The completion of the Security and Port Operations facility and a range of environmental initiatives were among the elements noted on the evening, as well as the introduction of transit guidelines and incentives for shipping lines that call on the Port.

Community involvement and community investment also gained a review over the course of the presentation. With such works as the Rushbrook Trail project and ongoing work at North Pacific highlighted as well as a number of financial donations for local groups and organizations.

Over the last nine years the Port's financial contributions to the community have come to 9.25 million dollars in 65 different projects.

As part of Tuesday's financial review it was announced that for 2018, the Port will be delivering an additional  1.5 million dollars into the fund for community use.

Mr. Rektor's Financial review also provided a glimpse into the scope of the economic force that the Port has become across Northern British Columbia and as part of Canada's international trade strategy.

From the Review the Interim CEO noted that Revenue was reported as down about four percent from 2016, with Expenses having increased by 11 percent and Operating Income declining by 26 percent from the year before.

When it comes to Expenses, the Port had realized a reduced Federal stipend for 2017, and of note for municipal leaders, the report observed that the Port had paid 10 percent more on Payments in lieu of municipal taxes or PILT payments.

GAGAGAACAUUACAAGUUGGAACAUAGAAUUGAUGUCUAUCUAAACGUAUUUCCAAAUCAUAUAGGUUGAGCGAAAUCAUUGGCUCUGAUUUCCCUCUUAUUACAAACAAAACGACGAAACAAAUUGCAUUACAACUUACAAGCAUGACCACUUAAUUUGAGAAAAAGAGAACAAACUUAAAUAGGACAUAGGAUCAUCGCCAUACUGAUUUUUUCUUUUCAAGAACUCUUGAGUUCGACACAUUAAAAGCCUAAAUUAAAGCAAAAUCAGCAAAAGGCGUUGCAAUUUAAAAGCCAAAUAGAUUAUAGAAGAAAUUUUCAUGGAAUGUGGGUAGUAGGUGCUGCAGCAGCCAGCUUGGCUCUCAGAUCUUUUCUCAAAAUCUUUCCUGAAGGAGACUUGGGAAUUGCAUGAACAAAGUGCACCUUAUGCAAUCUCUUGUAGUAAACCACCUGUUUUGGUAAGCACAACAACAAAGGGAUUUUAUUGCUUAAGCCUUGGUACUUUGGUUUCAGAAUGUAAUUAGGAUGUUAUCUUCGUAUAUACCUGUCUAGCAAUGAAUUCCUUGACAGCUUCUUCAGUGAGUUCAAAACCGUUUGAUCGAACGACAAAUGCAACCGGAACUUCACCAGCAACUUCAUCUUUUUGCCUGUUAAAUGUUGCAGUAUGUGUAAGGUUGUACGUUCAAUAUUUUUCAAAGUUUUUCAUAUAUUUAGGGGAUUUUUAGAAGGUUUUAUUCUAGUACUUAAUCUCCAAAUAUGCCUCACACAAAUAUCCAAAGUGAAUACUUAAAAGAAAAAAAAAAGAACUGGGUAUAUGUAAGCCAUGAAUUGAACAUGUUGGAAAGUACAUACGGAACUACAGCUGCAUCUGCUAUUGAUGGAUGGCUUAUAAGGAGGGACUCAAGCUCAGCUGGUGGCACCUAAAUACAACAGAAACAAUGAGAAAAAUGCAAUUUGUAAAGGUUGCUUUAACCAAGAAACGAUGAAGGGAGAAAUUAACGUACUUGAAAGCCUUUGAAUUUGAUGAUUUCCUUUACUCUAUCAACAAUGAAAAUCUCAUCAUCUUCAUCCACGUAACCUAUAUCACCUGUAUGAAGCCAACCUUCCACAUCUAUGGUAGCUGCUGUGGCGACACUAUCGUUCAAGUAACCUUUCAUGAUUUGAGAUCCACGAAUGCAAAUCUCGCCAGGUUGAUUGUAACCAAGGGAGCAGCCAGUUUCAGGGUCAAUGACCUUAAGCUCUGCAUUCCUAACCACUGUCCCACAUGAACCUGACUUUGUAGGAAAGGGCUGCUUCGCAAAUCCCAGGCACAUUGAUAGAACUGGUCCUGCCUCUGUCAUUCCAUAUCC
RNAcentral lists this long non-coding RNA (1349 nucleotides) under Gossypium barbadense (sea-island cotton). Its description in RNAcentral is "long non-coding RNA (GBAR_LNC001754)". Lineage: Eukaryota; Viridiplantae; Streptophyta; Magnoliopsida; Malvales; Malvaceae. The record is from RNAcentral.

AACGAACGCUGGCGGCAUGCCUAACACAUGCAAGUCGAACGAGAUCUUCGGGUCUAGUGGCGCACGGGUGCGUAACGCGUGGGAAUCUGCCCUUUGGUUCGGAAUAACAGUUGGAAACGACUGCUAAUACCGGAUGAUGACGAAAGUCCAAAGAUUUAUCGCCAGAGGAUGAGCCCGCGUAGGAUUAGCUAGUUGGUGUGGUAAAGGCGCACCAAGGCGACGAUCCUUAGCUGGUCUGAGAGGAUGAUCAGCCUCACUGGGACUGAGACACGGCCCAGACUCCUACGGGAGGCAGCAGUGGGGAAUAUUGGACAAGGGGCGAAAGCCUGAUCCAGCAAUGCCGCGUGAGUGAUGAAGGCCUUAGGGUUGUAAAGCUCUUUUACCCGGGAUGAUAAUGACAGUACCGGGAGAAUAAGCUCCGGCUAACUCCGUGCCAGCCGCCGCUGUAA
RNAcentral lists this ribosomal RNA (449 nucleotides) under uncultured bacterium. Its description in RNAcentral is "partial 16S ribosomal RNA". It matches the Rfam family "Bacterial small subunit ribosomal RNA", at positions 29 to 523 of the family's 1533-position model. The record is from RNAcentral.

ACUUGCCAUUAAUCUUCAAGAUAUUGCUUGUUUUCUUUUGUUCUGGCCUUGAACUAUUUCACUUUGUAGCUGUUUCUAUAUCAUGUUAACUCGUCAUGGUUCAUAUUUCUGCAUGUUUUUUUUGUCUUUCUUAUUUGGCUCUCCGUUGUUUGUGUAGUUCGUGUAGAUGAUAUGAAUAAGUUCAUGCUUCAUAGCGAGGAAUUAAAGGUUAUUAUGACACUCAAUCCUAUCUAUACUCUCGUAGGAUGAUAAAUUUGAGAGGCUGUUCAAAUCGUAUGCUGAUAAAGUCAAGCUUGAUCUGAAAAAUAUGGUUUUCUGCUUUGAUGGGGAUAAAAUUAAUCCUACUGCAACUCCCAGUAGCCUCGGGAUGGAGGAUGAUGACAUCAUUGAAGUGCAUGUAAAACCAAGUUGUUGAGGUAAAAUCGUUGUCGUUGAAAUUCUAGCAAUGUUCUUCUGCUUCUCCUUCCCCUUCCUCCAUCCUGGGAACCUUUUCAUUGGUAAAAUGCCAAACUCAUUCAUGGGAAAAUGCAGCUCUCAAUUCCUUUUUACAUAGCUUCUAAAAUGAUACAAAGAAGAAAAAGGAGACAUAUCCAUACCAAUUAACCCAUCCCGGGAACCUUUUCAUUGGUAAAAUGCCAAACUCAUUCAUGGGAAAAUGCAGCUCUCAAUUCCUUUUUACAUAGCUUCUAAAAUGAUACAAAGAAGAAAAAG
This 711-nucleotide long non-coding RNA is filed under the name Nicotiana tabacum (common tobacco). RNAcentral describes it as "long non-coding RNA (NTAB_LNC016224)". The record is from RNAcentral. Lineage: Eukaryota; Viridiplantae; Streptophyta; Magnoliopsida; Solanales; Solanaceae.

The growth of port operations was reflected in the salaries and benefits review, which noted that those numbers had increased by 22 percent in 2017.

Among some of the other notes, the Port is now considered debt free with the Long Term Debt extinguished after its four year run, while total assets of the Port were up by 9 percent in 2017.

The growth of the Port and where it sits in the scope of Canadian shipping, made note that while operating with one of the smallest population bases in the nation, the Port of Prince Rupert is among the top five in tonnage in the nation, while in Revenues, Prince Rupert trails only Vancouver and Montreal.

When it comes to net income the Port is now listed as third overall, trailing Vancouver and Toronto.

Though those findings were delivered with an important caveat, that being a real estate transaction in the Ontario capital delivered significant return for the Port in that city.

The cash windfall for Toronto, left Prince Rupert in third place overall, though Rektor observed that at next years Annual Report it would be expected that Prince Rupert would most likely return to the second spot  in the nation.

The full overview of the port operations can be found from the video of Tuesday's Annual Public Meeting starting at the 27 minute mark.

The complete Annual Report is available on line here.

Our archive of notes from the Annual Public Meeting can be reviewed here.

For more items of interest related to the Port of Prince Rupert and its terminal operations can be found here.